Applying this test, the Ninth Circuit held that roving wiretaps under Title III satisfied the particularity clause of the Fourth Amendment.74 The court in this case relied upon the fact that targets of roving wiretaps had to be identified and that they were only available where the target's actions indicated an intent to thwart electronic surveillance.75

Critics of roving wiretaps under FISA may argue that Section 206 increases the likelihood that innocent conversations will be the subject of electronic surveillance. They may further argue that the threat of these accidental searches of innocent persons is precisely the type of injury sought to be prevented by the particularity clause of the Fourth Amendment. Such a threat may be particularly acute in this case given the fact that there is no requirement under FISA that the target of a roving wiretap be identified, although the target must be specifically described.76

Effect of Sunset Provisions

As noted above, these three FISA amendments have been extended until December 15, 2019. If that date were to arrive without any extension, the amended FISA authorities would revert to their text as it appeared before the enactment of the USA PATRIOT Act. For example, in the context of roving wiretaps, Section 105(c)(2) of FISA would read as it did on October 25, 2001,77 eliminating the authority for FISA court orders to direct other unspecified persons to assist with electronic surveillance.78 Likewise, regarding FISA orders for the production of documents, Sections 501 and 502 of FISA would read as they did on October 25, 2001,79 restricting the types of business records that are subject to FISA and reinstating the requirement for "specific and articulable facts giving reason to believe that the person to whom the records pertain is a foreign power or an agent of a foreign power."80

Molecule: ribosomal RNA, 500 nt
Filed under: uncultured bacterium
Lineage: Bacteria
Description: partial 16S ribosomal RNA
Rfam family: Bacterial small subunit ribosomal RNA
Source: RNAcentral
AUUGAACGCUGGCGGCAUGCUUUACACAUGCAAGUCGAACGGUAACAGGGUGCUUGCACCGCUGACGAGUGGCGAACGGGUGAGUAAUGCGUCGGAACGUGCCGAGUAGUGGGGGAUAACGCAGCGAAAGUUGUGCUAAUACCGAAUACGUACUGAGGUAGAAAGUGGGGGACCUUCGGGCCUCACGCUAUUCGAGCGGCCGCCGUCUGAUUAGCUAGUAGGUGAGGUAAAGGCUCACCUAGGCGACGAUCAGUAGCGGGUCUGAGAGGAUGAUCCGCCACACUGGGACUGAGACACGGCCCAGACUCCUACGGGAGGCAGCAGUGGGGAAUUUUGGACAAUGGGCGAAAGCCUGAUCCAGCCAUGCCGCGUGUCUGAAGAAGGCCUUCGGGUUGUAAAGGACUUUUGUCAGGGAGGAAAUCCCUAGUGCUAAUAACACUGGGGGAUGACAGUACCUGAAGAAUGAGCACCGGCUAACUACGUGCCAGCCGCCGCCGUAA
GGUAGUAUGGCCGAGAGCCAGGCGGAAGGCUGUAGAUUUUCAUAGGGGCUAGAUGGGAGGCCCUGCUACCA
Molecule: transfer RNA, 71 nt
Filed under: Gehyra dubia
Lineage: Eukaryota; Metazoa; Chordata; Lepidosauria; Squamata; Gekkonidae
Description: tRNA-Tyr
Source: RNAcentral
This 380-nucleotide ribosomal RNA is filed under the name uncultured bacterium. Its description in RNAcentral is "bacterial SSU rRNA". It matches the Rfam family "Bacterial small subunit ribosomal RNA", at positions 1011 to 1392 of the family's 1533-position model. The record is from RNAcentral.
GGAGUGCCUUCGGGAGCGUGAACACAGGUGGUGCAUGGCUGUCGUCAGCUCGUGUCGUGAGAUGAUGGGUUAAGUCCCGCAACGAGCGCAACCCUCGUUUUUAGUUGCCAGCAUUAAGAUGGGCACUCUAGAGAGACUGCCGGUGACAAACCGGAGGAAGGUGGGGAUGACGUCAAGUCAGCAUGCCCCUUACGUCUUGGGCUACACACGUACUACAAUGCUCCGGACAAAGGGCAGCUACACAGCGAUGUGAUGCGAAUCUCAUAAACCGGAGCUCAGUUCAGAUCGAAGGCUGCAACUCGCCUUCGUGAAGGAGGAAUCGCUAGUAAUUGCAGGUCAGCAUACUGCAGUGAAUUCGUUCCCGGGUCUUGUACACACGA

However, a grandfather clause applies to each of the three provisions.81 The grandfather clauses authorize the continued effect of the amendments with respect to investigations that began, or potential offenses that took place, before the provisions' sunset date.82 Thus, for example, if a non-U.S. person were engaged in international terrorism before the sunset date, he would still be considered a "lone wolf" for FISA court orders sought after the provision has expired. Similarly, if an individual is engaged in international terrorism before that date, he may be the target of a roving wiretap under FISA even if authority for new roving wiretaps expired.

Author Contact Information